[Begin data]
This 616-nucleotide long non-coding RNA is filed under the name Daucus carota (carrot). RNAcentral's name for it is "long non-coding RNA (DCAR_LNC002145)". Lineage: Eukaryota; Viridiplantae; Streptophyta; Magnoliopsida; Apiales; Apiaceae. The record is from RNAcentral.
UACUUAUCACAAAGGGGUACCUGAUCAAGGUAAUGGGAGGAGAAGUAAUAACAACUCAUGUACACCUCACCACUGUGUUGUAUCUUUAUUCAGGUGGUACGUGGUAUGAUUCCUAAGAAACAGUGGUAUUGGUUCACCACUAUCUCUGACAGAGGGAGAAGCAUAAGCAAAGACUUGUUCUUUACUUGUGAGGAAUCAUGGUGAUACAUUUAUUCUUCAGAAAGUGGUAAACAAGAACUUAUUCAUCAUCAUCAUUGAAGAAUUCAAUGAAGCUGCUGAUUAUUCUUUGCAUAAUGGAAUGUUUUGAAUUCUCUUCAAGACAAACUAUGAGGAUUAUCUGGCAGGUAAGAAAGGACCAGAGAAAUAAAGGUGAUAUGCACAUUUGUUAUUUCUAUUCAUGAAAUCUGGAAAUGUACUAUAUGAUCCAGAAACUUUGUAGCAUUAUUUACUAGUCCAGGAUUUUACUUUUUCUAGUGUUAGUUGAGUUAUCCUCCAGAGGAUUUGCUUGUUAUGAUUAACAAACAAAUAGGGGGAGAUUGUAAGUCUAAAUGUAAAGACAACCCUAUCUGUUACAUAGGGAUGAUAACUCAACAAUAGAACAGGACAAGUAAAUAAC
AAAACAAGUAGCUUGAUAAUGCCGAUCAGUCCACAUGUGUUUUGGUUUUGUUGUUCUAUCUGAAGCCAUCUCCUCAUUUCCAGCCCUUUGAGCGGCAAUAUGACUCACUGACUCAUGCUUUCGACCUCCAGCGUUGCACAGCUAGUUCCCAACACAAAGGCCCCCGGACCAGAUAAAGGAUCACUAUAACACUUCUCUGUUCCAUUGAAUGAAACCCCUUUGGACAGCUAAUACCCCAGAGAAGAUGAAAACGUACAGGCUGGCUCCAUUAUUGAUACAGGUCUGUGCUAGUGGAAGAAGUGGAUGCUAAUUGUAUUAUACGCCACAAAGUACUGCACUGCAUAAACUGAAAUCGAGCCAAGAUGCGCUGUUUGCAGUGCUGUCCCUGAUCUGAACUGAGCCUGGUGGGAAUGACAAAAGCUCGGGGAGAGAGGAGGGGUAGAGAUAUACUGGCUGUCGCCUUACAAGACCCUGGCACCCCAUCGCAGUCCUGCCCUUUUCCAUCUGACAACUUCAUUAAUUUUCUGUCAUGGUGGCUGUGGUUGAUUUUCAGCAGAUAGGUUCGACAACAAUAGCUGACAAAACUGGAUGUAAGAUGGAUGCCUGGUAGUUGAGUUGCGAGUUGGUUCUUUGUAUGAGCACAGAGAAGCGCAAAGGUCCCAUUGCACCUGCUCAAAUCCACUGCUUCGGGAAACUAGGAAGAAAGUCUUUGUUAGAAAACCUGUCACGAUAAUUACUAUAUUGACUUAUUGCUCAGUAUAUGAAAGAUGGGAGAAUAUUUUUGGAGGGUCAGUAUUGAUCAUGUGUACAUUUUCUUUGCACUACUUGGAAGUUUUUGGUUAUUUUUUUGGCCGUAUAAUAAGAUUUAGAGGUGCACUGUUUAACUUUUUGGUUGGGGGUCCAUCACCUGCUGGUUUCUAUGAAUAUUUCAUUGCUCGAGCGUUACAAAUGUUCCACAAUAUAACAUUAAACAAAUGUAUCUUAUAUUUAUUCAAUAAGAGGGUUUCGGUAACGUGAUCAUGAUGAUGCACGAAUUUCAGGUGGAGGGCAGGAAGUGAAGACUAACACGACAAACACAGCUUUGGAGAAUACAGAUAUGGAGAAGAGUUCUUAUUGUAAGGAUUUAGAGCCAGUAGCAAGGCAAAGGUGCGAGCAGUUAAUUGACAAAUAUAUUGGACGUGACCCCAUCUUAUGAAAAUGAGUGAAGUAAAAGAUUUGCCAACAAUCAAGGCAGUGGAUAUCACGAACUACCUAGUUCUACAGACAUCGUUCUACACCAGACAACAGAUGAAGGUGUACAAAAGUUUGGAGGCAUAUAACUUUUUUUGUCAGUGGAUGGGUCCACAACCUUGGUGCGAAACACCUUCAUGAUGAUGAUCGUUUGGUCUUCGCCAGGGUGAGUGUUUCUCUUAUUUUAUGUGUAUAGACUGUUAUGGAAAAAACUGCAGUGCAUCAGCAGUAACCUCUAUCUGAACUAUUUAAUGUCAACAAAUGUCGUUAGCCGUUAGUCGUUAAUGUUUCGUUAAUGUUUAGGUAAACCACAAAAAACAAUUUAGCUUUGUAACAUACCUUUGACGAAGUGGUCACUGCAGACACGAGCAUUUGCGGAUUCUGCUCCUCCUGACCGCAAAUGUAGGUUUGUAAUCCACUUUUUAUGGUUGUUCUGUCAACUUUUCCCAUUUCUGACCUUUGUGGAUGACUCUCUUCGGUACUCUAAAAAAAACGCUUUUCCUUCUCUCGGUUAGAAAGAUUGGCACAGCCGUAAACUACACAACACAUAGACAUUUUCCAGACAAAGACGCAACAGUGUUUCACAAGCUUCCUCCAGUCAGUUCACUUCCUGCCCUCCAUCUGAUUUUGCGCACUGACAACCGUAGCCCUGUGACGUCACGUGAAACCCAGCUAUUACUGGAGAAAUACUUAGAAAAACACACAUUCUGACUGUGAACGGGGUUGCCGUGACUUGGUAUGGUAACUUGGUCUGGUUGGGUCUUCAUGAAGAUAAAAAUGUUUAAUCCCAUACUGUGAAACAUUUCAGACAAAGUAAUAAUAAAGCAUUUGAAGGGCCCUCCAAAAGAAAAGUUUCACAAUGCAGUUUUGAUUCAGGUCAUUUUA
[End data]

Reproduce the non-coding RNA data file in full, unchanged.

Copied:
This 616-nucleotide long non-coding RNA is filed under the name Daucus carota (carrot). RNAcentral's name for it is "long non-coding RNA (DCAR_LNC002145)". Lineage: Eukaryota; Viridiplantae; Streptophyta; Magnoliopsida; Apiales; Apiaceae. The record is from RNAcentral.
UACUUAUCACAAAGGGGUACCUGAUCAAGGUAAUGGGAGGAGAAGUAAUAACAACUCAUGUACACCUCACCACUGUGUUGUAUCUUUAUUCAGGUGGUACGUGGUAUGAUUCCUAAGAAACAGUGGUAUUGGUUCACCACUAUCUCUGACAGAGGGAGAAGCAUAAGCAAAGACUUGUUCUUUACUUGUGAGGAAUCAUGGUGAUACAUUUAUUCUUCAGAAAGUGGUAAACAAGAACUUAUUCAUCAUCAUCAUUGAAGAAUUCAAUGAAGCUGCUGAUUAUUCUUUGCAUAAUGGAAUGUUUUGAAUUCUCUUCAAGACAAACUAUGAGGAUUAUCUGGCAGGUAAGAAAGGACCAGAGAAAUAAAGGUGAUAUGCACAUUUGUUAUUUCUAUUCAUGAAAUCUGGAAAUGUACUAUAUGAUCCAGAAACUUUGUAGCAUUAUUUACUAGUCCAGGAUUUUACUUUUUCUAGUGUUAGUUGAGUUAUCCUCCAGAGGAUUUGCUUGUUAUGAUUAACAAACAAAUAGGGGGAGAUUGUAAGUCUAAAUGUAAAGACAACCCUAUCUGUUACAUAGGGAUGAUAACUCAACAAUAGAACAGGACAAGUAAAUAAC
AAAACAAGUAGCUUGAUAAUGCCGAUCAGUCCACAUGUGUUUUGGUUUUGUUGUUCUAUCUGAAGCCAUCUCCUCAUUUCCAGCCCUUUGAGCGGCAAUAUGACUCACUGACUCAUGCUUUCGACCUCCAGCGUUGCACAGCUAGUUCCCAACACAAAGGCCCCCGGACCAGAUAAAGGAUCACUAUAACACUUCUCUGUUCCAUUGAAUGAAACCCCUUUGGACAGCUAAUACCCCAGAGAAGAUGAAAACGUACAGGCUGGCUCCAUUAUUGAUACAGGUCUGUGCUAGUGGAAGAAGUGGAUGCUAAUUGUAUUAUACGCCACAAAGUACUGCACUGCAUAAACUGAAAUCGAGCCAAGAUGCGCUGUUUGCAGUGCUGUCCCUGAUCUGAACUGAGCCUGGUGGGAAUGACAAAAGCUCGGGGAGAGAGGAGGGGUAGAGAUAUACUGGCUGUCGCCUUACAAGACCCUGGCACCCCAUCGCAGUCCUGCCCUUUUCCAUCUGACAACUUCAUUAAUUUUCUGUCAUGGUGGCUGUGGUUGAUUUUCAGCAGAUAGGUUCGACAACAAUAGCUGACAAAACUGGAUGUAAGAUGGAUGCCUGGUAGUUGAGUUGCGAGUUGGUUCUUUGUAUGAGCACAGAGAAGCGCAAAGGUCCCAUUGCACCUGCUCAAAUCCACUGCUUCGGGAAACUAGGAAGAAAGUCUUUGUUAGAAAACCUGUCACGAUAAUUACUAUAUUGACUUAUUGCUCAGUAUAUGAAAGAUGGGAGAAUAUUUUUGGAGGGUCAGUAUUGAUCAUGUGUACAUUUUCUUUGCACUACUUGGAAGUUUUUGGUUAUUUUUUUGGCCGUAUAAUAAGAUUUAGAGGUGCACUGUUUAACUUUUUGGUUGGGGGUCCAUCACCUGCUGGUUUCUAUGAAUAUUUCAUUGCUCGAGCGUUACAAAUGUUCCACAAUAUAACAUUAAACAAAUGUAUCUUAUAUUUAUUCAAUAAGAGGGUUUCGGUAACGUGAUCAUGAUGAUGCACGAAUUUCAGGUGGAGGGCAGGAAGUGAAGACUAACACGACAAACACAGCUUUGGAGAAUACAGAUAUGGAGAAGAGUUCUUAUUGUAAGGAUUUAGAGCCAGUAGCAAGGCAAAGGUGCGAGCAGUUAAUUGACAAAUAUAUUGGACGUGACCCCAUCUUAUGAAAAUGAGUGAAGUAAAAGAUUUGCCAACAAUCAAGGCAGUGGAUAUCACGAACUACCUAGUUCUACAGACAUCGUUCUACACCAGACAACAGAUGAAGGUGUACAAAAGUUUGGAGGCAUAUAACUUUUUUUGUCAGUGGAUGGGUCCACAACCUUGGUGCGAAACACCUUCAUGAUGAUGAUCGUUUGGUCUUCGCCAGGGUGAGUGUUUCUCUUAUUUUAUGUGUAUAGACUGUUAUGGAAAAAACUGCAGUGCAUCAGCAGUAACCUCUAUCUGAACUAUUUAAUGUCAACAAAUGUCGUUAGCCGUUAGUCGUUAAUGUUUCGUUAAUGUUUAGGUAAACCACAAAAAACAAUUUAGCUUUGUAACAUACCUUUGACGAAGUGGUCACUGCAGACACGAGCAUUUGCGGAUUCUGCUCCUCCUGACCGCAAAUGUAGGUUUGUAAUCCACUUUUUAUGGUUGUUCUGUCAACUUUUCCCAUUUCUGACCUUUGUGGAUGACUCUCUUCGGUACUCUAAAAAAAACGCUUUUCCUUCUCUCGGUUAGAAAGAUUGGCACAGCCGUAAACUACACAACACAUAGACAUUUUCCAGACAAAGACGCAACAGUGUUUCACAAGCUUCCUCCAGUCAGUUCACUUCCUGCCCUCCAUCUGAUUUUGCGCACUGACAACCGUAGCCCUGUGACGUCACGUGAAACCCAGCUAUUACUGGAGAAAUACUUAGAAAAACACACAUUCUGACUGUGAACGGGGUUGCCGUGACUUGGUAUGGUAACUUGGUCUGGUUGGGUCUUCAUGAAGAUAAAAAUGUUUAAUCCCAUACUGUGAAACAUUUCAGACAAAGUAAUAAUAAAGCAUUUGAAGGGCCCUCCAAAAGAAAAGUUUCACAAUGCAGUUUUGAUUCAGGUCAUUUUA